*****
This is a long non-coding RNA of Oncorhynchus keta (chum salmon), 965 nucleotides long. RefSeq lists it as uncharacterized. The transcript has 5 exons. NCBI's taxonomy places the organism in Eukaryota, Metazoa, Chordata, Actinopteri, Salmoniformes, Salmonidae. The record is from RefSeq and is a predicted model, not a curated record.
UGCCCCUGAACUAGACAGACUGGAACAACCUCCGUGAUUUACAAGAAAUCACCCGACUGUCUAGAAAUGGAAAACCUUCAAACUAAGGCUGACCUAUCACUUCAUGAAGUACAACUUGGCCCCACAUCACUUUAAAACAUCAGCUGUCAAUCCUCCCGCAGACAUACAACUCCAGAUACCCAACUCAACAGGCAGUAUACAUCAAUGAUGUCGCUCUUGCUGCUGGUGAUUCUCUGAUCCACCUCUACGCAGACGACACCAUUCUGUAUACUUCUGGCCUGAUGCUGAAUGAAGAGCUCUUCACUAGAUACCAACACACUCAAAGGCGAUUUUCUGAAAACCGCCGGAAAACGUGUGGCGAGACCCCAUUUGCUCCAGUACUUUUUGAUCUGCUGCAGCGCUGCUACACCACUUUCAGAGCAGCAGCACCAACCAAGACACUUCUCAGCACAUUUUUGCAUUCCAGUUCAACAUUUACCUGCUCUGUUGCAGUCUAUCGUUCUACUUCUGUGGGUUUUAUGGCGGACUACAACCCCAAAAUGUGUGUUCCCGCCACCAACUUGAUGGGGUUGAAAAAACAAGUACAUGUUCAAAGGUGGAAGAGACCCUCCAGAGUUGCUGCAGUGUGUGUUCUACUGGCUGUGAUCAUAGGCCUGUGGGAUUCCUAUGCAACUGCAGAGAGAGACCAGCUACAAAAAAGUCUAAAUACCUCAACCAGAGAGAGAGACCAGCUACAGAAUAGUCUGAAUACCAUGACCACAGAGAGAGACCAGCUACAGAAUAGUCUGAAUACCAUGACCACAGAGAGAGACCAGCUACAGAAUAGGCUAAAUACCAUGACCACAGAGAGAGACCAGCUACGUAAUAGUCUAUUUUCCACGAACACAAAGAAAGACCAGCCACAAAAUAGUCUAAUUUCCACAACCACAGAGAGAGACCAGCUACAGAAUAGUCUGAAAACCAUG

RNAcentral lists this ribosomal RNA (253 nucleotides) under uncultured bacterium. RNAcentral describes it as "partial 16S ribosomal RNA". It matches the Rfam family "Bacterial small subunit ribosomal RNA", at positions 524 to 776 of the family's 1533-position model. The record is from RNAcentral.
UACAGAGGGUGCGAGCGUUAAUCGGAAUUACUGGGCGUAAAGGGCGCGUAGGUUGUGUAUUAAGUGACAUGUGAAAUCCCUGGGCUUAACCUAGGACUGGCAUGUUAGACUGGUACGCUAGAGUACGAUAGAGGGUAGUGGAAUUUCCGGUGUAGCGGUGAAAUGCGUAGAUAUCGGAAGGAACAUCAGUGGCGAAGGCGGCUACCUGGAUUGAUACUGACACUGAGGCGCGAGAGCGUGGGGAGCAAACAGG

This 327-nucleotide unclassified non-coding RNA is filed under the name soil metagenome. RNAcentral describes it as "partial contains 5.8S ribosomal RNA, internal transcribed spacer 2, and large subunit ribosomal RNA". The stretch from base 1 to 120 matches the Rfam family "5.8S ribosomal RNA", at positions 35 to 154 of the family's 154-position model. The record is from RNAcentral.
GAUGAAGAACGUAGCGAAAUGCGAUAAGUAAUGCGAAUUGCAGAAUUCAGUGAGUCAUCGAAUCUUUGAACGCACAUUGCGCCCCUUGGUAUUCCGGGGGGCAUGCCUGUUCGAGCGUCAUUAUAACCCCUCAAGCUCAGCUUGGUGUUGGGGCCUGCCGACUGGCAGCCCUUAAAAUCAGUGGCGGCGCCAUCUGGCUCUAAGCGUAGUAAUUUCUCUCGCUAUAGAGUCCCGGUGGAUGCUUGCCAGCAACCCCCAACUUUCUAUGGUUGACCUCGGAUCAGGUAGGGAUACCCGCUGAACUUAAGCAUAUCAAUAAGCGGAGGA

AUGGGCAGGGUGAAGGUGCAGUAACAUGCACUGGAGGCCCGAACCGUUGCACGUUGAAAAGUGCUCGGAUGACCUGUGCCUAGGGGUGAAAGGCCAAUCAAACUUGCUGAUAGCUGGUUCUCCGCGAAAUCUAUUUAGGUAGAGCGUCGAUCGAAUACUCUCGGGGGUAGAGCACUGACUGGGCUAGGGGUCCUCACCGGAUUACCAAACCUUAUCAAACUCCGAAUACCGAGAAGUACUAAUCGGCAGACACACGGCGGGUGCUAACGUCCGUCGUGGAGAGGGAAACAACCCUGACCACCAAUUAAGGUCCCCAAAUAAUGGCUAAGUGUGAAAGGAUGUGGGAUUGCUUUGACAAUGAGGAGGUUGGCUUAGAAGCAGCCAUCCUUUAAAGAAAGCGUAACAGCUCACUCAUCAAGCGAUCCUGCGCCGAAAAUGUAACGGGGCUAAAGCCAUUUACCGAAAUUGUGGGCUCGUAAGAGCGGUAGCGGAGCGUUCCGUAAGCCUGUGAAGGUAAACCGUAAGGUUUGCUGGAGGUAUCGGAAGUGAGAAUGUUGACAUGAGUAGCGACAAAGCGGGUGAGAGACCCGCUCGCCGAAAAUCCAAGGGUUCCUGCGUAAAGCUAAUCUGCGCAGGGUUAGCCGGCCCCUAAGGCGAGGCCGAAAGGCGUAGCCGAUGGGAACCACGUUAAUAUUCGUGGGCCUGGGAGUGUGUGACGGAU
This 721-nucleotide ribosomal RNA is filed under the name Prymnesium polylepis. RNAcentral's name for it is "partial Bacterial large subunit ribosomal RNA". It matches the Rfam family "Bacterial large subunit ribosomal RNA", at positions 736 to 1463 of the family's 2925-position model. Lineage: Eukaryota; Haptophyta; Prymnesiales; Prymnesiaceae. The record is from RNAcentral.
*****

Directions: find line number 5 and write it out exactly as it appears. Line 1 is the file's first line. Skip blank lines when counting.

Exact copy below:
This 327-nucleotide unclassified non-coding RNA is filed under the name soil metagenome. RNAcentral describes it as "partial contains 5.8S ribosomal RNA, internal transcribed spacer 2, and large subunit ribosomal RNA". The stretch from base 1 to 120 matches the Rfam family "5.8S ribosomal RNA", at positions 35 to 154 of the family's 154-position model. The record is from RNAcentral.